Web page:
Transport protein particle (TRAPP) complexes regulate membrane traffic. TRAPPII and TRAPPIII share a core hetero-heptamer, also denoted TRAPPI. In fungi TRAPPIII and TRAPPII mediate GDP exchange on RAB1 and RAB11, respectively, regulating traffic across the Golgi, with TRAPPIII also activating RAB1 in autophagosomes. Our finding that Aspergillus nidulans TRAPPII can be assembled by addition of a TRAPPII-specific subcomplex onto core TRAPP prompted us to investigate the possibility that TRAPPI and/or TRAPPIII already residing in the Golgi matures into TRAPPII to determine a RAB1-to-RAB11 conversion as Golgi cisternae progress from early Golgi to TGN identity. By time-resolved microscopy, we determine that the TRAPPII reporter Trs120 (the homolog of metazoan TRAPPC9) is recruited to existing trans-Golgi network (TGN) cisternae slightly before RAB11 arrives, and resides for ∼45 s on them before cisternae tear off into RAB11 secretory carriers. Notably, the core TRAPP reporter Bet3 (the homolog of metazoan TRAPPC3) was not detectable in early Golgi cisternae, being instead recruited to TGN cisternae simultaneously with Trs120, indicating en bloc recruitment of TRAPPII to the Golgi and arguing strongly against the TRAPP maturation model.
Transport protein particle (TRAPP) complexes regulate membrane traffic, acting as guanine nucleotide exchange factors (GEFs) on the RAB GTPases RAB1 and RAB11 (Jones et al., 2000; Morozova et al., 2006; Cai et al., 2008; Pinar et al., 2015; Thomas and Fromme, 2016; Riedel et al., 2017; Thomas et al., 2018, 2019; Pinar et al., 2019). The activation of RAB1 and RAB11 has been intensively studied in Aspergillus nidulans and Saccharomyces cerevisiae. In these fungi, TRAPP complexes share a ‘core hetero-heptamer’, also denoted TRAPPI (Fig. 1A), consisting of two copies of Bet3 and one copy each of Trs33, Bet5, Trs23, Trs31 and Trs20 (Fig. 1B, shows equivalences between fungal and metazoan subunit nomenclature), whereas TRAPPII contains the core hetero-heptamer plus Trs120, Trs130, Trs65 and Tca17. In contrast, TRAPPIII differs in the two model organisms, as A. nidulans TRAPPIII contains, in addition to the core hetero-heptamer, Trs85 and Tca17, which are also present in S. cerevisiae TRAPPIII, and homologs of metazoan TRAPPC11, TRAPPC12 and TRAPPC13, which are absent in budding yeast (Pinar et al., 2019). The actual existence of TRAPPI as an independent entity has been questioned, as this core hetero-heptamer does not exist, as such, in metazoans (Sacher et al., 2018), and appears to be either absent (Thomas et al., 2018) or present in a very minor amount (Pinar et al., 2019) in fungi. Indeed work in yeast led to the conclusion that TRAPPIII, rather than TRAPPI is the TRAPP physiologically activating RAB1 in the secretory pathway of fungi (Thomas et al., 2018). In spite of this fact, we will use in some cases the expression TRAPPI/TRAPPIII (rather than just TRAPPIII) to facilitate reference to previous literature and to acknowledge the unlikely possibility that TRAPPI has a physiological role. In A. nidulans TRAPPII is the predominant TRAPP, and is twice as abundant as TRAPPIII (Pinar et al., 2019).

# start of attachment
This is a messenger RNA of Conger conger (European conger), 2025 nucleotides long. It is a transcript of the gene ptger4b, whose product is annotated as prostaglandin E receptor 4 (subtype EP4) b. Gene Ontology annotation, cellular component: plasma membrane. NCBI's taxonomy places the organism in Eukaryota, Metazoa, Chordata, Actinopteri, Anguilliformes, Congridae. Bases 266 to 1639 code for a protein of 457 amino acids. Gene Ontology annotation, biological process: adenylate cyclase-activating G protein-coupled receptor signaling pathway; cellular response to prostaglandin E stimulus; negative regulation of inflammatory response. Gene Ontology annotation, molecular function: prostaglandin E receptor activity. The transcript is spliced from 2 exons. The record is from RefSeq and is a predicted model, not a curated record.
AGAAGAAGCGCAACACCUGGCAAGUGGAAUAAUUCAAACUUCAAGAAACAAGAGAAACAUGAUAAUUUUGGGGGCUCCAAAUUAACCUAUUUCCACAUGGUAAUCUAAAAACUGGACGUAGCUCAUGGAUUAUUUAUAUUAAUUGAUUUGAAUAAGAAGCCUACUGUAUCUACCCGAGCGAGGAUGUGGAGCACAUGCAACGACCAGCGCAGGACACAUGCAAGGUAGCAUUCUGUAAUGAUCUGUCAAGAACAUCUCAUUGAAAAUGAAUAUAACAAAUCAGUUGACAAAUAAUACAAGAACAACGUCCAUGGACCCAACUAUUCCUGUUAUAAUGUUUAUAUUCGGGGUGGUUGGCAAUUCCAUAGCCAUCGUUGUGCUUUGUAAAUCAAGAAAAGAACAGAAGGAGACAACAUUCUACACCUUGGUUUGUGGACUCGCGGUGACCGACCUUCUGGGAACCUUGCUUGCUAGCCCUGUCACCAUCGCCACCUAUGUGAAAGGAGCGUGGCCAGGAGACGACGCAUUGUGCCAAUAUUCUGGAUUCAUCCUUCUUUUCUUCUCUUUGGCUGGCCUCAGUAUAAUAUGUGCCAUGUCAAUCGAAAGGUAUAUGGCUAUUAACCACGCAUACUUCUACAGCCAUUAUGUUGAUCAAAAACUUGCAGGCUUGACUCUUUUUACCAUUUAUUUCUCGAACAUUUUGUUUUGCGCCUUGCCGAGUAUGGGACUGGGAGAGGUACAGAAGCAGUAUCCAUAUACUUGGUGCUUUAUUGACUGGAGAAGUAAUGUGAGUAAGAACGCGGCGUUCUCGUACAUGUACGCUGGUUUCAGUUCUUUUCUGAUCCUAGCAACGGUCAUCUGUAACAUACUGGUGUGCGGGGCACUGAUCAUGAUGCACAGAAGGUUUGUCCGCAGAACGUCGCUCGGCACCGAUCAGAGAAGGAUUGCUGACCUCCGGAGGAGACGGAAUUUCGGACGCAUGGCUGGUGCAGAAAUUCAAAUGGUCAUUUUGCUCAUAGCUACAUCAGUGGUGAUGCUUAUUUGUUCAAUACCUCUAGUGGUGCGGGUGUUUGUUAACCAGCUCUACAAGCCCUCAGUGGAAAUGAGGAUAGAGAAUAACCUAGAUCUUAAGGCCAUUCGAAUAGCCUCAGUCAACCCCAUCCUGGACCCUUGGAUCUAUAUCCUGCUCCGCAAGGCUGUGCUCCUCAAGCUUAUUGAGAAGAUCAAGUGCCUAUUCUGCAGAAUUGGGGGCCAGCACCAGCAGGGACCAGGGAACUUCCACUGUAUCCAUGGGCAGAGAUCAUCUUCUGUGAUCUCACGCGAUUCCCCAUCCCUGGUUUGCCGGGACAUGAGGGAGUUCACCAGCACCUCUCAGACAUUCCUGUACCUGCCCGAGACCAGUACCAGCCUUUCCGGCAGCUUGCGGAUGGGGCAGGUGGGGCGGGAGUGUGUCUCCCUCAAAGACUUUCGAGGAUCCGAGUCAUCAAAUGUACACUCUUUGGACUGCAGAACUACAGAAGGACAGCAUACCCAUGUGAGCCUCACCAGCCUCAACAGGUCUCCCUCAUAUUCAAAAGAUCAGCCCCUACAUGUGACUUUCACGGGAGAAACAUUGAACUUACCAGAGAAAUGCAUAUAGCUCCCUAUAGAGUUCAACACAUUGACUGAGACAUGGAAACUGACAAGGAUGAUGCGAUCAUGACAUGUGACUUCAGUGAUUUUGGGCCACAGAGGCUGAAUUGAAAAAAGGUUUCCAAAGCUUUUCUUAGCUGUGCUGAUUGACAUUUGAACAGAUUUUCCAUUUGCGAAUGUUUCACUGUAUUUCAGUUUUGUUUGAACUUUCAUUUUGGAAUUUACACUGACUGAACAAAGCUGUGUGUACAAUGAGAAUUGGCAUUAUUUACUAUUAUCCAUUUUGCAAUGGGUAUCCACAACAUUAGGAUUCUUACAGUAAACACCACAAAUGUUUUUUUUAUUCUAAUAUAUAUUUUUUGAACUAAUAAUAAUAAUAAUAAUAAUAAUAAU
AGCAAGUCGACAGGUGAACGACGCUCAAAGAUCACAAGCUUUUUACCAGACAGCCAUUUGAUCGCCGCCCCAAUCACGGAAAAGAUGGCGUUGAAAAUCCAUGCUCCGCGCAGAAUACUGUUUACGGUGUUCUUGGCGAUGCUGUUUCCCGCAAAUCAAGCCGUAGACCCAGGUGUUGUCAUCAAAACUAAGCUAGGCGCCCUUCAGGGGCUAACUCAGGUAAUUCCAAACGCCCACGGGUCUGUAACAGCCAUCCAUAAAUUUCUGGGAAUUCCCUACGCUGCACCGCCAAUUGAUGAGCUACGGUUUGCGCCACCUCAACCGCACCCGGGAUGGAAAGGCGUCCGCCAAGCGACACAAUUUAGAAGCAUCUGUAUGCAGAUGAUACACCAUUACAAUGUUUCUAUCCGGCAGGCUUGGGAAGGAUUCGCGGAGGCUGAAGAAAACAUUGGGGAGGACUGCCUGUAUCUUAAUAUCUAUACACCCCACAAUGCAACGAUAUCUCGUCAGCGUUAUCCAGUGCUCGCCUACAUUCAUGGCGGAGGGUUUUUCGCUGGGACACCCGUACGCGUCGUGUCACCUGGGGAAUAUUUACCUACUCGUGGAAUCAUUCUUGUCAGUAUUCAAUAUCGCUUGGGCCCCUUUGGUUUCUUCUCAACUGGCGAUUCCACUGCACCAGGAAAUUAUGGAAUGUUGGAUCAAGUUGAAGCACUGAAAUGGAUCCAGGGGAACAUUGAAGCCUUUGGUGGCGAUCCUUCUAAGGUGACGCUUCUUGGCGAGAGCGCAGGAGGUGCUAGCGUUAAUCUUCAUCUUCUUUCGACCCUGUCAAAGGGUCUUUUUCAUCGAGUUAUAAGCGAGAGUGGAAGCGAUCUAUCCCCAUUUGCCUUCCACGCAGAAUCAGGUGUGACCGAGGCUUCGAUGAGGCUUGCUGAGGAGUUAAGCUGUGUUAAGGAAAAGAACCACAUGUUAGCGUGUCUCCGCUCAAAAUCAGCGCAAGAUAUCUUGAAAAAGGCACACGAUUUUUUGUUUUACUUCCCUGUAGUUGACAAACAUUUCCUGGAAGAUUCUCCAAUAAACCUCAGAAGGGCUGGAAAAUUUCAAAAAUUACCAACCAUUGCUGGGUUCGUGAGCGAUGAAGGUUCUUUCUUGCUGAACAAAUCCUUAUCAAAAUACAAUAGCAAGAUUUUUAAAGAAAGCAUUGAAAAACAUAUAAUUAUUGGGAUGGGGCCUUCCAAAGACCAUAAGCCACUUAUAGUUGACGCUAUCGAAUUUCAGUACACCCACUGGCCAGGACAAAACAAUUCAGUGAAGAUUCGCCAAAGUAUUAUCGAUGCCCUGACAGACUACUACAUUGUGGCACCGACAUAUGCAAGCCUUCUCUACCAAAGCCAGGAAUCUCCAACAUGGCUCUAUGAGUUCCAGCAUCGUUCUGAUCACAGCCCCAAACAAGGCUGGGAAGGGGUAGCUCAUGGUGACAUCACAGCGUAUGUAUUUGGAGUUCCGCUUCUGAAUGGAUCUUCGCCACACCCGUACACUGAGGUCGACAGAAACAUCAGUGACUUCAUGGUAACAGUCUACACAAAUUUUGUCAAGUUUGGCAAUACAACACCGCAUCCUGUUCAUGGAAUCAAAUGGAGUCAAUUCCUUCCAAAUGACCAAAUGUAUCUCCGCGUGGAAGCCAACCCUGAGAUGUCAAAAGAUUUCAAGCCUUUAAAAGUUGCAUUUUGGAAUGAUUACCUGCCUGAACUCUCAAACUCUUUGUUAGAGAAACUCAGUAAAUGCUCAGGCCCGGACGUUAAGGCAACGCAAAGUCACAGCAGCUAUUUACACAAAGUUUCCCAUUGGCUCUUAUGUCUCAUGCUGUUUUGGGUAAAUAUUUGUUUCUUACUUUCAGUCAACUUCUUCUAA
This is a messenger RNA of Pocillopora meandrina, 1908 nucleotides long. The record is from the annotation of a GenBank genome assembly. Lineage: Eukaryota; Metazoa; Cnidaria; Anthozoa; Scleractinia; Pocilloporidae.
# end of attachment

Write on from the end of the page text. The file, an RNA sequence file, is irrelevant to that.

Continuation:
The long (>100 µm) hyphal tip cells of A. nidulans are ideally suited for cell biological studies involving 3D (x, y, time) and 4D (x, y, z, time) live microscopy (Peñalva et al., 2012). A. nidulans early and late – here denoted trans-Golgi network (TGN) – cisternae are resolvable by optical microscopy (Pantazopoulou and Peñalva, 2011), which has been exploited to study the maturation of TGN cisternae into secretory vesicles (SVs). These SVs are transported by actin- and microtubule-dependent motors to the apex (Pantazopoulou et al., 2014; Peñalva et al., 2017), where they form the so-denoted Spitzenkörper (SPK), a fungal-specific accumulation of SVs that await fusion with the plasma membrane (Pantazopoulou et al., 2014; Takeshita et al., 2017; Hernández-González et al., 2018a).
The biogenesis of SVs from TGN cisternae is crucially regulated by RAB11 (Pantazopoulou et al., 2014). In both A. nidulans and S. cerevisiae, the activation of RAB11 at the TGN is mediated by TRAPPII (Morozova et al., 2006; Pinar et al., 2015, 2019; Riedel et al., 2017; Thomas et al., 2019), thereby reducing the problem of mechanistically understanding the transition between TGN and SV identity to determining how TRAPPII is assembled on, or recruited de novo to, TGN cisternae.